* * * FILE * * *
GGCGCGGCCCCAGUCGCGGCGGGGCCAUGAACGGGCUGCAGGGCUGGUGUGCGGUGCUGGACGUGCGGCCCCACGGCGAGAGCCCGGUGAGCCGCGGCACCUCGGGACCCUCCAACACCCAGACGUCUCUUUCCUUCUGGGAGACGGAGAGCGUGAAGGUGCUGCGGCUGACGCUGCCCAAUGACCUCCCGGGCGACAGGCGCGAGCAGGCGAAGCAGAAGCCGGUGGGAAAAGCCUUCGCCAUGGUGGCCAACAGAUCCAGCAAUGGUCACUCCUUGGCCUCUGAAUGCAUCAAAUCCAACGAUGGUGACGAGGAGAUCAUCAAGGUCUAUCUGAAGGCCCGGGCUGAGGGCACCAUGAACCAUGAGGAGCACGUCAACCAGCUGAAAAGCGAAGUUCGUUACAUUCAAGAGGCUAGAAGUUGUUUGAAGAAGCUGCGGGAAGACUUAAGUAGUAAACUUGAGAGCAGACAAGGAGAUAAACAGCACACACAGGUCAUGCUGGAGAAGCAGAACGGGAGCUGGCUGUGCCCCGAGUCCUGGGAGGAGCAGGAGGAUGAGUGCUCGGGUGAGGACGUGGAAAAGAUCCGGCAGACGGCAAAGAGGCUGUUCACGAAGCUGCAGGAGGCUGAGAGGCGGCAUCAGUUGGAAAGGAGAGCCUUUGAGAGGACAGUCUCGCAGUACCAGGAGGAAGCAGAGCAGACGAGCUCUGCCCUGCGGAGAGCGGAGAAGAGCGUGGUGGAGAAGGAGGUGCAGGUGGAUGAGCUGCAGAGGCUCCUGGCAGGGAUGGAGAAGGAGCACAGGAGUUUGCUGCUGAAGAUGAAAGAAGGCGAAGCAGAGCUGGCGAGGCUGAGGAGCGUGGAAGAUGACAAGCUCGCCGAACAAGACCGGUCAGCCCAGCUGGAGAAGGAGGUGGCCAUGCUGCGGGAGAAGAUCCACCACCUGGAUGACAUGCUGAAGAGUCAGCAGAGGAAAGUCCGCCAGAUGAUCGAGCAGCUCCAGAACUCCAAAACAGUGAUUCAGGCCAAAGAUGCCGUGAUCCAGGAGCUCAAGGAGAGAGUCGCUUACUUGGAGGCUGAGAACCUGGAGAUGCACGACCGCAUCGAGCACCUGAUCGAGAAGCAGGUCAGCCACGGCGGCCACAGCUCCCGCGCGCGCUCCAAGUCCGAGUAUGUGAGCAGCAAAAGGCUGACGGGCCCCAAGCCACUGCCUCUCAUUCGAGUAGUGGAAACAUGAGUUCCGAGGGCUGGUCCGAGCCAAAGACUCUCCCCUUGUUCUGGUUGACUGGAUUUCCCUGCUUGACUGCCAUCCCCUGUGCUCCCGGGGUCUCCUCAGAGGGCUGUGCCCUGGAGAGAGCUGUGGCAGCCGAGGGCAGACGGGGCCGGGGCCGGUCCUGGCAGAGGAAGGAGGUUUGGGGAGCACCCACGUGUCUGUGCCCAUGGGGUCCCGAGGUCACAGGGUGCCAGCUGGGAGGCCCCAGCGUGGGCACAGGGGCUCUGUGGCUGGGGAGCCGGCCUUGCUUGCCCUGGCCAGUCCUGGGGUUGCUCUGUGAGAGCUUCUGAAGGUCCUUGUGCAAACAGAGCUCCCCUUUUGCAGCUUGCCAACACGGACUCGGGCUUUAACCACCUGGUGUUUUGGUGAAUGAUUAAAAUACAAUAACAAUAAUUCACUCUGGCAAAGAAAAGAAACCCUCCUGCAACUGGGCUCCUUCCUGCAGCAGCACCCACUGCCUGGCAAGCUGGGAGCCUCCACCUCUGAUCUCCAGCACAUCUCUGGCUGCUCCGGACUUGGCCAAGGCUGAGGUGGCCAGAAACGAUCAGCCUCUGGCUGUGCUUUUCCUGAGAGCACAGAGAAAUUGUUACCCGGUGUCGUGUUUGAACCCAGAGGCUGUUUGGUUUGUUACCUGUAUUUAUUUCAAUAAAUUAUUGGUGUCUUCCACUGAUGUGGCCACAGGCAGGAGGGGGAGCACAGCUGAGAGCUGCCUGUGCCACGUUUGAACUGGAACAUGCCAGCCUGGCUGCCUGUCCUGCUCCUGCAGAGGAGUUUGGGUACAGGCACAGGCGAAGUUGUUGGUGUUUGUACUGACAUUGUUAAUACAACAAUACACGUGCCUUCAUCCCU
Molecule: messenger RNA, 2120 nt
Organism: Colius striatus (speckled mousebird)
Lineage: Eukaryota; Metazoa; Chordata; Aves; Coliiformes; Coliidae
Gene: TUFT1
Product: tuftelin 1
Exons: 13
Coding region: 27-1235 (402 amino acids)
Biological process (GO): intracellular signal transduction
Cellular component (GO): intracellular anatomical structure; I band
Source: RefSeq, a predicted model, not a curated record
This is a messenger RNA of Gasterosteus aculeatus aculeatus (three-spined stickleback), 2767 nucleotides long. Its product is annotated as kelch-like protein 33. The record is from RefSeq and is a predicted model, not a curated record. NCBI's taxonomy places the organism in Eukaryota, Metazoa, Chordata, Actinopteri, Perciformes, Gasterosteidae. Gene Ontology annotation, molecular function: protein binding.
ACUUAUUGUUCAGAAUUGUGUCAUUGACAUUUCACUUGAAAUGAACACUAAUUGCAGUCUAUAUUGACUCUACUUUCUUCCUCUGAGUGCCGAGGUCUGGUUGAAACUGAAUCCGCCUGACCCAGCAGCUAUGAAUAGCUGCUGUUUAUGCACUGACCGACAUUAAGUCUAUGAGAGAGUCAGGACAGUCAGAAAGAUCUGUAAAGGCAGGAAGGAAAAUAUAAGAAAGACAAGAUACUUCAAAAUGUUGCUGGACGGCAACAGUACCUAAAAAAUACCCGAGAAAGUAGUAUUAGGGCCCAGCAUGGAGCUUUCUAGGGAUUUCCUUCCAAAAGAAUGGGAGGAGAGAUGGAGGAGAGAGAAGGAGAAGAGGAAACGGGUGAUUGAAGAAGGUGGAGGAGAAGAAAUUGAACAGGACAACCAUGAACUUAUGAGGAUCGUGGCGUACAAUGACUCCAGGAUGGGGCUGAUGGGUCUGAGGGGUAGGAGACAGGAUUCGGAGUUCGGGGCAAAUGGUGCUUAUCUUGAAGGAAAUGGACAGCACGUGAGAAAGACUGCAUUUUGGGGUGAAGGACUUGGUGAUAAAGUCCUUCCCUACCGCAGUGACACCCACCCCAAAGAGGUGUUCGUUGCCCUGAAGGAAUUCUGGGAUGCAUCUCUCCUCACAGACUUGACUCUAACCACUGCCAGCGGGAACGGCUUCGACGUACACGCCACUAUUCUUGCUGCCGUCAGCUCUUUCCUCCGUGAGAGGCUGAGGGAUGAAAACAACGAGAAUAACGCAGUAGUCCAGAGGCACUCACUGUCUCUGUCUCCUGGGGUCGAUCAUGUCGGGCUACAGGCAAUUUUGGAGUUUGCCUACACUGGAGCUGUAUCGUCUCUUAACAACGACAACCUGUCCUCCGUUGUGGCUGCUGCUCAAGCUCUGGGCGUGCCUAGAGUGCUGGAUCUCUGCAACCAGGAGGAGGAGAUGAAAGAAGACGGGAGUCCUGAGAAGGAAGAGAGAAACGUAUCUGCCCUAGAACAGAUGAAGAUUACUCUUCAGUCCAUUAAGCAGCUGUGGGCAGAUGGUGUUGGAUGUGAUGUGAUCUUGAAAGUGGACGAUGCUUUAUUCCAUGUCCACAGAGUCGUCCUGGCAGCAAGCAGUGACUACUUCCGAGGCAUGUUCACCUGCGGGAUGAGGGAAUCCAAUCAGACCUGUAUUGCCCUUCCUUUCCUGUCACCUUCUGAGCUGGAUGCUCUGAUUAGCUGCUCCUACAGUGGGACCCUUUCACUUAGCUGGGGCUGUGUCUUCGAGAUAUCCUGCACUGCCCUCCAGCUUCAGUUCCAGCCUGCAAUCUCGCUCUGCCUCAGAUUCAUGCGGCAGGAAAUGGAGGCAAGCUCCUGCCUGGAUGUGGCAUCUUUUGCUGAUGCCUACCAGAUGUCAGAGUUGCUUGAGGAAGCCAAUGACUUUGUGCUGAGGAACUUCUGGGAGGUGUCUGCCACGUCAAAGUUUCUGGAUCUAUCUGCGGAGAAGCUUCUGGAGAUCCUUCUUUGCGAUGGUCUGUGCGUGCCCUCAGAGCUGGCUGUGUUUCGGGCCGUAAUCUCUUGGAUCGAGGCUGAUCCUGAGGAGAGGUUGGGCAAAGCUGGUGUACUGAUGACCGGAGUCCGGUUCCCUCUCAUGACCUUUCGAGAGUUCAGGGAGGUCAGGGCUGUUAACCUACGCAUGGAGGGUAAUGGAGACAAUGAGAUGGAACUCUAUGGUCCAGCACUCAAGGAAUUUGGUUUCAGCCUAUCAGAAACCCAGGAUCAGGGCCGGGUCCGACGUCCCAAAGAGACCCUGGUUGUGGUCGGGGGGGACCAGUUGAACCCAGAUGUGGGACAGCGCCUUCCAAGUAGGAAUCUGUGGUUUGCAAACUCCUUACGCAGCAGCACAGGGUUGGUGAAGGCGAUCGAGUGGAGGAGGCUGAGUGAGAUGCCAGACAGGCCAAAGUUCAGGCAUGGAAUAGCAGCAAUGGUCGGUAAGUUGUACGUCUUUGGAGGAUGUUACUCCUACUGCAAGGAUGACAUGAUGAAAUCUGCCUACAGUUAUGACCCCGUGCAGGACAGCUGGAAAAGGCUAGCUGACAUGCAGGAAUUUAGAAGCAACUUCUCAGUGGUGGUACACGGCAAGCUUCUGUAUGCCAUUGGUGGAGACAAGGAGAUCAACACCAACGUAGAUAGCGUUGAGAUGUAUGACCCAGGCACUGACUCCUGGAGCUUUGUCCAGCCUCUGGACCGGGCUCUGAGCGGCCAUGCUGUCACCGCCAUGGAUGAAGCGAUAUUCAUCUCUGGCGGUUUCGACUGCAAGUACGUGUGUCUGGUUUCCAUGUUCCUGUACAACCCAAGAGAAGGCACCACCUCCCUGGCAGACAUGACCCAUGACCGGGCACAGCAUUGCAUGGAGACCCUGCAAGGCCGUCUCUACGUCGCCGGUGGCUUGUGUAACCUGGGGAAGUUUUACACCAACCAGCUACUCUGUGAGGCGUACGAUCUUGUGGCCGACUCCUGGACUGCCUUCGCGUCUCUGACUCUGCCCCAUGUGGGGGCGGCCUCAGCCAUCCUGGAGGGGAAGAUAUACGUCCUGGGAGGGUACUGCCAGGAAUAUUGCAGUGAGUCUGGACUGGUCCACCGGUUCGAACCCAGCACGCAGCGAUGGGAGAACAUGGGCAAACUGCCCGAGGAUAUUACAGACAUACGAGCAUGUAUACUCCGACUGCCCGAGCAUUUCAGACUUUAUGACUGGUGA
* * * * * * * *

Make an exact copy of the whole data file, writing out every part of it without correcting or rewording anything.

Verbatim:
GGCGCGGCCCCAGUCGCGGCGGGGCCAUGAACGGGCUGCAGGGCUGGUGUGCGGUGCUGGACGUGCGGCCCCACGGCGAGAGCCCGGUGAGCCGCGGCACCUCGGGACCCUCCAACACCCAGACGUCUCUUUCCUUCUGGGAGACGGAGAGCGUGAAGGUGCUGCGGCUGACGCUGCCCAAUGACCUCCCGGGCGACAGGCGCGAGCAGGCGAAGCAGAAGCCGGUGGGAAAAGCCUUCGCCAUGGUGGCCAACAGAUCCAGCAAUGGUCACUCCUUGGCCUCUGAAUGCAUCAAAUCCAACGAUGGUGACGAGGAGAUCAUCAAGGUCUAUCUGAAGGCCCGGGCUGAGGGCACCAUGAACCAUGAGGAGCACGUCAACCAGCUGAAAAGCGAAGUUCGUUACAUUCAAGAGGCUAGAAGUUGUUUGAAGAAGCUGCGGGAAGACUUAAGUAGUAAACUUGAGAGCAGACAAGGAGAUAAACAGCACACACAGGUCAUGCUGGAGAAGCAGAACGGGAGCUGGCUGUGCCCCGAGUCCUGGGAGGAGCAGGAGGAUGAGUGCUCGGGUGAGGACGUGGAAAAGAUCCGGCAGACGGCAAAGAGGCUGUUCACGAAGCUGCAGGAGGCUGAGAGGCGGCAUCAGUUGGAAAGGAGAGCCUUUGAGAGGACAGUCUCGCAGUACCAGGAGGAAGCAGAGCAGACGAGCUCUGCCCUGCGGAGAGCGGAGAAGAGCGUGGUGGAGAAGGAGGUGCAGGUGGAUGAGCUGCAGAGGCUCCUGGCAGGGAUGGAGAAGGAGCACAGGAGUUUGCUGCUGAAGAUGAAAGAAGGCGAAGCAGAGCUGGCGAGGCUGAGGAGCGUGGAAGAUGACAAGCUCGCCGAACAAGACCGGUCAGCCCAGCUGGAGAAGGAGGUGGCCAUGCUGCGGGAGAAGAUCCACCACCUGGAUGACAUGCUGAAGAGUCAGCAGAGGAAAGUCCGCCAGAUGAUCGAGCAGCUCCAGAACUCCAAAACAGUGAUUCAGGCCAAAGAUGCCGUGAUCCAGGAGCUCAAGGAGAGAGUCGCUUACUUGGAGGCUGAGAACCUGGAGAUGCACGACCGCAUCGAGCACCUGAUCGAGAAGCAGGUCAGCCACGGCGGCCACAGCUCCCGCGCGCGCUCCAAGUCCGAGUAUGUGAGCAGCAAAAGGCUGACGGGCCCCAAGCCACUGCCUCUCAUUCGAGUAGUGGAAACAUGAGUUCCGAGGGCUGGUCCGAGCCAAAGACUCUCCCCUUGUUCUGGUUGACUGGAUUUCCCUGCUUGACUGCCAUCCCCUGUGCUCCCGGGGUCUCCUCAGAGGGCUGUGCCCUGGAGAGAGCUGUGGCAGCCGAGGGCAGACGGGGCCGGGGCCGGUCCUGGCAGAGGAAGGAGGUUUGGGGAGCACCCACGUGUCUGUGCCCAUGGGGUCCCGAGGUCACAGGGUGCCAGCUGGGAGGCCCCAGCGUGGGCACAGGGGCUCUGUGGCUGGGGAGCCGGCCUUGCUUGCCCUGGCCAGUCCUGGGGUUGCUCUGUGAGAGCUUCUGAAGGUCCUUGUGCAAACAGAGCUCCCCUUUUGCAGCUUGCCAACACGGACUCGGGCUUUAACCACCUGGUGUUUUGGUGAAUGAUUAAAAUACAAUAACAAUAAUUCACUCUGGCAAAGAAAAGAAACCCUCCUGCAACUGGGCUCCUUCCUGCAGCAGCACCCACUGCCUGGCAAGCUGGGAGCCUCCACCUCUGAUCUCCAGCACAUCUCUGGCUGCUCCGGACUUGGCCAAGGCUGAGGUGGCCAGAAACGAUCAGCCUCUGGCUGUGCUUUUCCUGAGAGCACAGAGAAAUUGUUACCCGGUGUCGUGUUUGAACCCAGAGGCUGUUUGGUUUGUUACCUGUAUUUAUUUCAAUAAAUUAUUGGUGUCUUCCACUGAUGUGGCCACAGGCAGGAGGGGGAGCACAGCUGAGAGCUGCCUGUGCCACGUUUGAACUGGAACAUGCCAGCCUGGCUGCCUGUCCUGCUCCUGCAGAGGAGUUUGGGUACAGGCACAGGCGAAGUUGUUGGUGUUUGUACUGACAUUGUUAAUACAACAAUACACGUGCCUUCAUCCCU
Molecule: messenger RNA, 2120 nt
Organism: Colius striatus (speckled mousebird)
Lineage: Eukaryota; Metazoa; Chordata; Aves; Coliiformes; Coliidae
Gene: TUFT1
Product: tuftelin 1
Exons: 13
Coding region: 27-1235 (402 amino acids)
Biological process (GO): intracellular signal transduction
Cellular component (GO): intracellular anatomical structure; I band
Source: RefSeq, a predicted model, not a curated record
This is a messenger RNA of Gasterosteus aculeatus aculeatus (three-spined stickleback), 2767 nucleotides long. Its product is annotated as kelch-like protein 33. The record is from RefSeq and is a predicted model, not a curated record. NCBI's taxonomy places the organism in Eukaryota, Metazoa, Chordata, Actinopteri, Perciformes, Gasterosteidae. Gene Ontology annotation, molecular function: protein binding.
ACUUAUUGUUCAGAAUUGUGUCAUUGACAUUUCACUUGAAAUGAACACUAAUUGCAGUCUAUAUUGACUCUACUUUCUUCCUCUGAGUGCCGAGGUCUGGUUGAAACUGAAUCCGCCUGACCCAGCAGCUAUGAAUAGCUGCUGUUUAUGCACUGACCGACAUUAAGUCUAUGAGAGAGUCAGGACAGUCAGAAAGAUCUGUAAAGGCAGGAAGGAAAAUAUAAGAAAGACAAGAUACUUCAAAAUGUUGCUGGACGGCAACAGUACCUAAAAAAUACCCGAGAAAGUAGUAUUAGGGCCCAGCAUGGAGCUUUCUAGGGAUUUCCUUCCAAAAGAAUGGGAGGAGAGAUGGAGGAGAGAGAAGGAGAAGAGGAAACGGGUGAUUGAAGAAGGUGGAGGAGAAGAAAUUGAACAGGACAACCAUGAACUUAUGAGGAUCGUGGCGUACAAUGACUCCAGGAUGGGGCUGAUGGGUCUGAGGGGUAGGAGACAGGAUUCGGAGUUCGGGGCAAAUGGUGCUUAUCUUGAAGGAAAUGGACAGCACGUGAGAAAGACUGCAUUUUGGGGUGAAGGACUUGGUGAUAAAGUCCUUCCCUACCGCAGUGACACCCACCCCAAAGAGGUGUUCGUUGCCCUGAAGGAAUUCUGGGAUGCAUCUCUCCUCACAGACUUGACUCUAACCACUGCCAGCGGGAACGGCUUCGACGUACACGCCACUAUUCUUGCUGCCGUCAGCUCUUUCCUCCGUGAGAGGCUGAGGGAUGAAAACAACGAGAAUAACGCAGUAGUCCAGAGGCACUCACUGUCUCUGUCUCCUGGGGUCGAUCAUGUCGGGCUACAGGCAAUUUUGGAGUUUGCCUACACUGGAGCUGUAUCGUCUCUUAACAACGACAACCUGUCCUCCGUUGUGGCUGCUGCUCAAGCUCUGGGCGUGCCUAGAGUGCUGGAUCUCUGCAACCAGGAGGAGGAGAUGAAAGAAGACGGGAGUCCUGAGAAGGAAGAGAGAAACGUAUCUGCCCUAGAACAGAUGAAGAUUACUCUUCAGUCCAUUAAGCAGCUGUGGGCAGAUGGUGUUGGAUGUGAUGUGAUCUUGAAAGUGGACGAUGCUUUAUUCCAUGUCCACAGAGUCGUCCUGGCAGCAAGCAGUGACUACUUCCGAGGCAUGUUCACCUGCGGGAUGAGGGAAUCCAAUCAGACCUGUAUUGCCCUUCCUUUCCUGUCACCUUCUGAGCUGGAUGCUCUGAUUAGCUGCUCCUACAGUGGGACCCUUUCACUUAGCUGGGGCUGUGUCUUCGAGAUAUCCUGCACUGCCCUCCAGCUUCAGUUCCAGCCUGCAAUCUCGCUCUGCCUCAGAUUCAUGCGGCAGGAAAUGGAGGCAAGCUCCUGCCUGGAUGUGGCAUCUUUUGCUGAUGCCUACCAGAUGUCAGAGUUGCUUGAGGAAGCCAAUGACUUUGUGCUGAGGAACUUCUGGGAGGUGUCUGCCACGUCAAAGUUUCUGGAUCUAUCUGCGGAGAAGCUUCUGGAGAUCCUUCUUUGCGAUGGUCUGUGCGUGCCCUCAGAGCUGGCUGUGUUUCGGGCCGUAAUCUCUUGGAUCGAGGCUGAUCCUGAGGAGAGGUUGGGCAAAGCUGGUGUACUGAUGACCGGAGUCCGGUUCCCUCUCAUGACCUUUCGAGAGUUCAGGGAGGUCAGGGCUGUUAACCUACGCAUGGAGGGUAAUGGAGACAAUGAGAUGGAACUCUAUGGUCCAGCACUCAAGGAAUUUGGUUUCAGCCUAUCAGAAACCCAGGAUCAGGGCCGGGUCCGACGUCCCAAAGAGACCCUGGUUGUGGUCGGGGGGGACCAGUUGAACCCAGAUGUGGGACAGCGCCUUCCAAGUAGGAAUCUGUGGUUUGCAAACUCCUUACGCAGCAGCACAGGGUUGGUGAAGGCGAUCGAGUGGAGGAGGCUGAGUGAGAUGCCAGACAGGCCAAAGUUCAGGCAUGGAAUAGCAGCAAUGGUCGGUAAGUUGUACGUCUUUGGAGGAUGUUACUCCUACUGCAAGGAUGACAUGAUGAAAUCUGCCUACAGUUAUGACCCCGUGCAGGACAGCUGGAAAAGGCUAGCUGACAUGCAGGAAUUUAGAAGCAACUUCUCAGUGGUGGUACACGGCAAGCUUCUGUAUGCCAUUGGUGGAGACAAGGAGAUCAACACCAACGUAGAUAGCGUUGAGAUGUAUGACCCAGGCACUGACUCCUGGAGCUUUGUCCAGCCUCUGGACCGGGCUCUGAGCGGCCAUGCUGUCACCGCCAUGGAUGAAGCGAUAUUCAUCUCUGGCGGUUUCGACUGCAAGUACGUGUGUCUGGUUUCCAUGUUCCUGUACAACCCAAGAGAAGGCACCACCUCCCUGGCAGACAUGACCCAUGACCGGGCACAGCAUUGCAUGGAGACCCUGCAAGGCCGUCUCUACGUCGCCGGUGGCUUGUGUAACCUGGGGAAGUUUUACACCAACCAGCUACUCUGUGAGGCGUACGAUCUUGUGGCCGACUCCUGGACUGCCUUCGCGUCUCUGACUCUGCCCCAUGUGGGGGCGGCCUCAGCCAUCCUGGAGGGGAAGAUAUACGUCCUGGGAGGGUACUGCCAGGAAUAUUGCAGUGAGUCUGGACUGGUCCACCGGUUCGAACCCAGCACGCAGCGAUGGGAGAACAUGGGCAAACUGCCCGAGGAUAUUACAGACAUACGAGCAUGUAUACUCCGACUGCCCGAGCAUUUCAGACUUUAUGACUGGUGA